The legacy of the tragic death of George Floyd at the hands of Minneapolis police officers has manifested into global Black Lives Matter demonstrations as well as sustained calls to defund and reform contemporary police departments.
Driving the news: A recent Ipsos poll commissioned by Global News found that 51% of Canadians support the idea of defunding the police, with significant divide along generation lines. Since police budgets in Canada are largely a municipal issue, this story will observe how cities around the country have responded to calls to defund and reform the police.
The role of the police: As of 2018, Canada has a police force of roughly 68,500 officers falling under regional and federal departments, mandated to “keep the peace” by enforcing the law and keeping Canadians safe.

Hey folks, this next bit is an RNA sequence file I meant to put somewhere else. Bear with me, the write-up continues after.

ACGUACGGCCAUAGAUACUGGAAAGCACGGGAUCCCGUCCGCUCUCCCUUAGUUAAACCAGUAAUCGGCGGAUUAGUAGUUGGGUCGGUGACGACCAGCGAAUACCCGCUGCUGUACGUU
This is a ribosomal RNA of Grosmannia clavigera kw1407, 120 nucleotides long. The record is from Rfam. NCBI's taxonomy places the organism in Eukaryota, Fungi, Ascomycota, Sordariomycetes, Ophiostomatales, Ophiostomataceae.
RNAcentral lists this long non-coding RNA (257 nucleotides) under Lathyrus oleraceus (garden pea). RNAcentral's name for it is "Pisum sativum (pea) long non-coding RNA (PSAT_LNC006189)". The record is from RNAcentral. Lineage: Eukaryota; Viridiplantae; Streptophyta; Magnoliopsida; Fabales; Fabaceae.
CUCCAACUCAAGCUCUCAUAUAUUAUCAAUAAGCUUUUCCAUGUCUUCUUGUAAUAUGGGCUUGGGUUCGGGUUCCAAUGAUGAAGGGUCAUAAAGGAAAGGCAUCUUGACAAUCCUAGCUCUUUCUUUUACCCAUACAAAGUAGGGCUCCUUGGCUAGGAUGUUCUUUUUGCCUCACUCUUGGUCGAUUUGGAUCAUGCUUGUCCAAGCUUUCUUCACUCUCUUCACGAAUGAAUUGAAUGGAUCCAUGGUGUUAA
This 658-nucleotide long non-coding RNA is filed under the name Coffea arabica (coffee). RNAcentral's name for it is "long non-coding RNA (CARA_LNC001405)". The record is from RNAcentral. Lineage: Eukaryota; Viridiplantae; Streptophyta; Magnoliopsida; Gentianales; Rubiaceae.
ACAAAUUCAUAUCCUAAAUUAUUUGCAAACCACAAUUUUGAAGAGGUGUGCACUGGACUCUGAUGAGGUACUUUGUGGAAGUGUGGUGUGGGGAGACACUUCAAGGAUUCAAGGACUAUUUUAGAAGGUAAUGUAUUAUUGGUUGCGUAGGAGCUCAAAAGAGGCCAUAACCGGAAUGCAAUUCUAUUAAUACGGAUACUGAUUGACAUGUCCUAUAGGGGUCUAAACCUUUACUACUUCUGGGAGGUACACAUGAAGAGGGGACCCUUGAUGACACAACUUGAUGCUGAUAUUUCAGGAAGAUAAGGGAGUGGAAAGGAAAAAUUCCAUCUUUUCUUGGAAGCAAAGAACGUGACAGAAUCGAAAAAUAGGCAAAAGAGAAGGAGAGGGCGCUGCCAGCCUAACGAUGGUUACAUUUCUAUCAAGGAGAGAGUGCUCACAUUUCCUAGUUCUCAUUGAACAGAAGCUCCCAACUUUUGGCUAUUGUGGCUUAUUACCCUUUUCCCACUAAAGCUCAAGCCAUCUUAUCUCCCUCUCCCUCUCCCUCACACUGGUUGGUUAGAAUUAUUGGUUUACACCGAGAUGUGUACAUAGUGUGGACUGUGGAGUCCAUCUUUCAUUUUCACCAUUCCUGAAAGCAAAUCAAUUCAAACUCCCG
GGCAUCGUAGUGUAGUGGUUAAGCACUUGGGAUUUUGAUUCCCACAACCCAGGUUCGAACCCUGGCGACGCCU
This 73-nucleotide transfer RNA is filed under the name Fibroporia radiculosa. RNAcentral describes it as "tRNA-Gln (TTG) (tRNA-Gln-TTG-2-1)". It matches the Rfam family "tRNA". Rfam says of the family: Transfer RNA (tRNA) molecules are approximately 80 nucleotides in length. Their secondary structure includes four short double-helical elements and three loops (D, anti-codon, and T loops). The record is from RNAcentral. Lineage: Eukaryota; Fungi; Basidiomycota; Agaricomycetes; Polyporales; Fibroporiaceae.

- However, critics argue that the public funding provided to police services could be reduced and re-invested to other essential aspects of societal life which could continue to decrease crime, but in a more holistic way.
- Proposals put forward by organizations such as Black Lives Matter Canada call for a demilitarization of the police which would reduce the budget spent on weapons and tactical teams while also reducing the scope of their operations.
- Finally, police brutality and needless deaths during the conducting of recent “wellness checks” which have resulted in the deaths of five Canadians in the last two month have fuelled the desire for a police-free, community-led, trauma-informed emergency service for mental health/psychiatric distress and other forms of crisis.